March 8: Fairbanks Daily News-Miner on a prison at Delta Junction:

Posted: Monday, March 13, 2000

One portion of the dispute over a private prison contract that the city of Delta Junction terminated last fall has been clarified, but much remains to be resolved.

Time should be allowed for that resolution to occur.

Fairbanks Superior Court Judge Charles Pengilly ruled on a question that must have been puzzling many people. How could the city legally pass an ordinance to drop out of the contract unilaterally?

It couldn't, Pengilly said.

A city can't pass an ordinance to nullify a legitimate contract. Allvest, the company that holds the prison contract, argued in its court brief that the ordinance violated Article 1, Section 15 of the Alaska Constitution. The Constitution says that ''No law impairing the obligation of contracts ... shall be passed.''

Pengilly granted summary judgment in favor of Allvest. In a memorandum, the judge explained that there were two questions before him in the case.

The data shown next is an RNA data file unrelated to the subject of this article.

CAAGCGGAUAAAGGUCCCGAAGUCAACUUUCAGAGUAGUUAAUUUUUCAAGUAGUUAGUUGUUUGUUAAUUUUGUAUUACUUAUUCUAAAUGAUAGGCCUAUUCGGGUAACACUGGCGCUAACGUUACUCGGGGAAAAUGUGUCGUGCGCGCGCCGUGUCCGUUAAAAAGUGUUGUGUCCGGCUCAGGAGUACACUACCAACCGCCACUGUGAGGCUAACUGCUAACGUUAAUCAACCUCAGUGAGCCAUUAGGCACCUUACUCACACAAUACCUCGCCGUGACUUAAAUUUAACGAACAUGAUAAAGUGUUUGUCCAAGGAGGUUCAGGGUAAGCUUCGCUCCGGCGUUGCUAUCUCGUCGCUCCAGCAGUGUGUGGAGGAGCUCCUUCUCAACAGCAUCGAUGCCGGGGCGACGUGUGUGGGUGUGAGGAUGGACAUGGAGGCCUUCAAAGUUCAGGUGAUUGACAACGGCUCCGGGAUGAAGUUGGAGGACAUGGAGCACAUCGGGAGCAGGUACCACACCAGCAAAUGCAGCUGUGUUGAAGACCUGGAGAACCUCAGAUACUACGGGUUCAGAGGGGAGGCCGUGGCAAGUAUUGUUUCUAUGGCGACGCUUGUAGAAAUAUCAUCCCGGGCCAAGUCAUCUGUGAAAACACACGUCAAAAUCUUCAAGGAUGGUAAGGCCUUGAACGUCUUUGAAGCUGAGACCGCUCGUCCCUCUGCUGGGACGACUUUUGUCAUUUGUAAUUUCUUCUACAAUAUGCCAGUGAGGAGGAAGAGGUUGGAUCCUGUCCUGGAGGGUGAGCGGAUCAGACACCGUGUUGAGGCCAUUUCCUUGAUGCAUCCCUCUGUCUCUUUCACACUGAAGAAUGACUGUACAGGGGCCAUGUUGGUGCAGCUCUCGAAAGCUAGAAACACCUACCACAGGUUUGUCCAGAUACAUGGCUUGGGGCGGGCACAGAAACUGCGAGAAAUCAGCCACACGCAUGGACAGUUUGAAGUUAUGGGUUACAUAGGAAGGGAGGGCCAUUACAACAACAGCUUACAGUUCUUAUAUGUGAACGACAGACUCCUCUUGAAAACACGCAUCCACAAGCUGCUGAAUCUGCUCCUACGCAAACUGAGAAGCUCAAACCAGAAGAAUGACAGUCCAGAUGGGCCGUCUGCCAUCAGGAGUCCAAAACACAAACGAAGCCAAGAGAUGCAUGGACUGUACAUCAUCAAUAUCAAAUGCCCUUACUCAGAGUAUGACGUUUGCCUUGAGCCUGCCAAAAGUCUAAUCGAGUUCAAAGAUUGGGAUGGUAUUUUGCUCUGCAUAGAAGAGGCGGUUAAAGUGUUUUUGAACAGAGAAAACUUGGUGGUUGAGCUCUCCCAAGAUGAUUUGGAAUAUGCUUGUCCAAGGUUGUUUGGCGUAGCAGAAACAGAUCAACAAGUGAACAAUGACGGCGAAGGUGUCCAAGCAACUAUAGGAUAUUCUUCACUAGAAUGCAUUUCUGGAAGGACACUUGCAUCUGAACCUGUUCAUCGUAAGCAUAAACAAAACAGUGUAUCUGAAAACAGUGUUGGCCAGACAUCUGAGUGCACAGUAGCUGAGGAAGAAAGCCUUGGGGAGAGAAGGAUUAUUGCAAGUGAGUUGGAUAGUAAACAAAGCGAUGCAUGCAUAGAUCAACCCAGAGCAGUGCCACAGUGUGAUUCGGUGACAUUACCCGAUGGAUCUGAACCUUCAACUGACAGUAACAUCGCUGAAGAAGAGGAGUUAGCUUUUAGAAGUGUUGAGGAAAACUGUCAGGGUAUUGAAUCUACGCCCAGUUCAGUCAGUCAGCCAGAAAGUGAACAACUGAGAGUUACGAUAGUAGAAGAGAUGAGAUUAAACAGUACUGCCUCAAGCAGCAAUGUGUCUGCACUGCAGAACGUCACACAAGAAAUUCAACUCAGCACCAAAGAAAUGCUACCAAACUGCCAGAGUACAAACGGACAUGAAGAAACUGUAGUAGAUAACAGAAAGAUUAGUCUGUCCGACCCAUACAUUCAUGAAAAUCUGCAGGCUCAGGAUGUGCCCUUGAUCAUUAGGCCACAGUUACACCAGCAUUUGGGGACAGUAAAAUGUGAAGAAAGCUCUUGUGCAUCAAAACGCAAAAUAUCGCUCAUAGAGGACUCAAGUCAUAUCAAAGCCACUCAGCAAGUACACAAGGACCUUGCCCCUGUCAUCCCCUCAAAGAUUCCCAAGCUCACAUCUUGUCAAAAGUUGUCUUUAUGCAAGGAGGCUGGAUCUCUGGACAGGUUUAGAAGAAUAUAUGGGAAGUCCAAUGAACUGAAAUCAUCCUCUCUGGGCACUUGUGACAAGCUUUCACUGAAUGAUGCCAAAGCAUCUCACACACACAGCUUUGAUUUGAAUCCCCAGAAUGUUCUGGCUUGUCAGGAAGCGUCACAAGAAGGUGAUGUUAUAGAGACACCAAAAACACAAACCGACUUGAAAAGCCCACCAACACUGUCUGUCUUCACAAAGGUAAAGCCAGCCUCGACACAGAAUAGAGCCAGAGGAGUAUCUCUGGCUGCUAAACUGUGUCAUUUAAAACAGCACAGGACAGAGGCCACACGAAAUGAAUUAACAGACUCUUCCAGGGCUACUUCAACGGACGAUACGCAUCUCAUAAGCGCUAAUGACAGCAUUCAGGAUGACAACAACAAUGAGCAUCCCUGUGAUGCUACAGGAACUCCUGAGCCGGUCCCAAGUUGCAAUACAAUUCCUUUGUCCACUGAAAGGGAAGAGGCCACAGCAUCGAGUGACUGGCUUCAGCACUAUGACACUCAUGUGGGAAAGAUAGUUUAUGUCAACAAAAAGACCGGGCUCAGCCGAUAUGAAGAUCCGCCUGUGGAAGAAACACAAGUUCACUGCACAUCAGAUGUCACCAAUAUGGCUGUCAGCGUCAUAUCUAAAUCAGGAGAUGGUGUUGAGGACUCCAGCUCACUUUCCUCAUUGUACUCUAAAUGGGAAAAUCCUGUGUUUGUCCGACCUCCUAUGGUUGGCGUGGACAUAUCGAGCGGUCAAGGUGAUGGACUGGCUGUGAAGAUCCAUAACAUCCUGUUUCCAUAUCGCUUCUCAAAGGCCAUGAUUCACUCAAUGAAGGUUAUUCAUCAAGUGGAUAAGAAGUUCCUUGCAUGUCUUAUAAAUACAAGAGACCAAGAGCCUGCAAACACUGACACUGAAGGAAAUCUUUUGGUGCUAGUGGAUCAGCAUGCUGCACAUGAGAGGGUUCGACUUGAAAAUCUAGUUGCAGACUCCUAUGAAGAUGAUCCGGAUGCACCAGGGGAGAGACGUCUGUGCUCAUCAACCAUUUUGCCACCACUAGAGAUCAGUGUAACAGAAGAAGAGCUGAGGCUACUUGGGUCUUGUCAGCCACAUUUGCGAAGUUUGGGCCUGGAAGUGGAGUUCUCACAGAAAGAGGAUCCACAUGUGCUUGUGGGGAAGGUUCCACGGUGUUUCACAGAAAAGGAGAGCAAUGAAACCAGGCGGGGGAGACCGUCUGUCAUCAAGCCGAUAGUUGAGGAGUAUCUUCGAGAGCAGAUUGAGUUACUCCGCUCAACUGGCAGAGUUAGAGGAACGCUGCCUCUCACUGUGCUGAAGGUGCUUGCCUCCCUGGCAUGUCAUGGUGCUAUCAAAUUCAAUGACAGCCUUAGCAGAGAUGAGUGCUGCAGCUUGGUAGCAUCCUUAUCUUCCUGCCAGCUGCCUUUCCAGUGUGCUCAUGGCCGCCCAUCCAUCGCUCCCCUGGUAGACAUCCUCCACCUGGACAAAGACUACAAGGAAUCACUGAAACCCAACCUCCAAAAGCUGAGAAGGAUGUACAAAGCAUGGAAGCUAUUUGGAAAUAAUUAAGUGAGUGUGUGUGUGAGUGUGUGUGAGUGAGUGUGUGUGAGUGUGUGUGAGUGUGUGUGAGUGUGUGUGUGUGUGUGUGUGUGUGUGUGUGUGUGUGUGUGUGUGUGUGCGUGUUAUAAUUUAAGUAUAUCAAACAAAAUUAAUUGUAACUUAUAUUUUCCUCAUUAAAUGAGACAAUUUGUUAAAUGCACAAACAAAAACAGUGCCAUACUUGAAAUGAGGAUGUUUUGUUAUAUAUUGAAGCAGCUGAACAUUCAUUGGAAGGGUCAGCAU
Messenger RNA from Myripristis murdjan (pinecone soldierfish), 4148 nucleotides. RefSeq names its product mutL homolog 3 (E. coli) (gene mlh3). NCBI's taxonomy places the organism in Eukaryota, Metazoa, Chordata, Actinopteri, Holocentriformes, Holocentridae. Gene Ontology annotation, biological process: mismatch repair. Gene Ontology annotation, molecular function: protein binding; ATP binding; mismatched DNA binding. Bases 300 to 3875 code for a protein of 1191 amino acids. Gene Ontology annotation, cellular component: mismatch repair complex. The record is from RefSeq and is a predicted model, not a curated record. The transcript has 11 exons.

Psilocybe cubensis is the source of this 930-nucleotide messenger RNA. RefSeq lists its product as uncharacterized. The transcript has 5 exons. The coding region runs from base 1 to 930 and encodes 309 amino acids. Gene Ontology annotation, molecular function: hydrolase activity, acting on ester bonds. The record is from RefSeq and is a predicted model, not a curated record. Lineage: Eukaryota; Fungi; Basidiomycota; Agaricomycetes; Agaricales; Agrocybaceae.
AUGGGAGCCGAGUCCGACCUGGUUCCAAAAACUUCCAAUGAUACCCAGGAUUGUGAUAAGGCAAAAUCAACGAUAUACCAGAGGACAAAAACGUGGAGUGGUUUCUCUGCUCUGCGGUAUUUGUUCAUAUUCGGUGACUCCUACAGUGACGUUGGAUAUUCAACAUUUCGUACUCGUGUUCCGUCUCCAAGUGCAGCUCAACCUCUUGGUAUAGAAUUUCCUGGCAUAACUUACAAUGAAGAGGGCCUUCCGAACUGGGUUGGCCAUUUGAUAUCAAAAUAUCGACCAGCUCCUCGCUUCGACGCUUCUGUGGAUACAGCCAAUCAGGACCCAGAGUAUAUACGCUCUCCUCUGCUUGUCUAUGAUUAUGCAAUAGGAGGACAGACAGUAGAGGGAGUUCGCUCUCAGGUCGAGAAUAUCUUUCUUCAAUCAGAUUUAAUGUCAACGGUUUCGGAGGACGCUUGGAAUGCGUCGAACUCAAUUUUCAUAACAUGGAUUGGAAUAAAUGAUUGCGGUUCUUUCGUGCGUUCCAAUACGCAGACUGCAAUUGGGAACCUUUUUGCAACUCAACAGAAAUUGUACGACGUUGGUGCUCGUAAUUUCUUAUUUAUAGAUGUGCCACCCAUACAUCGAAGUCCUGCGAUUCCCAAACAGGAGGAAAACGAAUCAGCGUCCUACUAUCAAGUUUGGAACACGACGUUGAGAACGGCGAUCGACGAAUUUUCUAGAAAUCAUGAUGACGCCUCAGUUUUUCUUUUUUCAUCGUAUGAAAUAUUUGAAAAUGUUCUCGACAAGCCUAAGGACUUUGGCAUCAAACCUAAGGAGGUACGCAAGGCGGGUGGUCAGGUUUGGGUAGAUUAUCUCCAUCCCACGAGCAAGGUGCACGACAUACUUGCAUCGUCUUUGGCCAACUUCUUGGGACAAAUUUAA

First is whether the contract, referred to as the Settlement Agreement, between Allvest and city is a legitimate, enforceable contract. Pengilly said this first issue is ''factually and legally complex'' and must be further litigated.

Second is whether the ordinance terminating the contract has unconstitutionally impaired any contract right created by the Settlement Agreement.'' This second question was easily decided in Allvest's favor. ''Assuming that the court has correctly construed the parties' arguments, it is compelled to decide this narrow issue in plaintiff's favor,'' he said. ''In principle, there is no need to determine the truth of plaintiff's premise (that an enforceable contract exists) in order to rule on the validity of their conditional claim (that if an enforceable contract exists, their rights under that contract could not legally be impaired by the passage of Ordinance 2000-02.)

Obviously, the fight will now turn to whether the contract with Allvest was valid and enforceable in the first place. That won't be a short or easy battle, it appears. However, it's the only way to clear up this mess. Legislators and others should wait for the court case to be concluded before they act to muddy the future of the Delta prison proposal.

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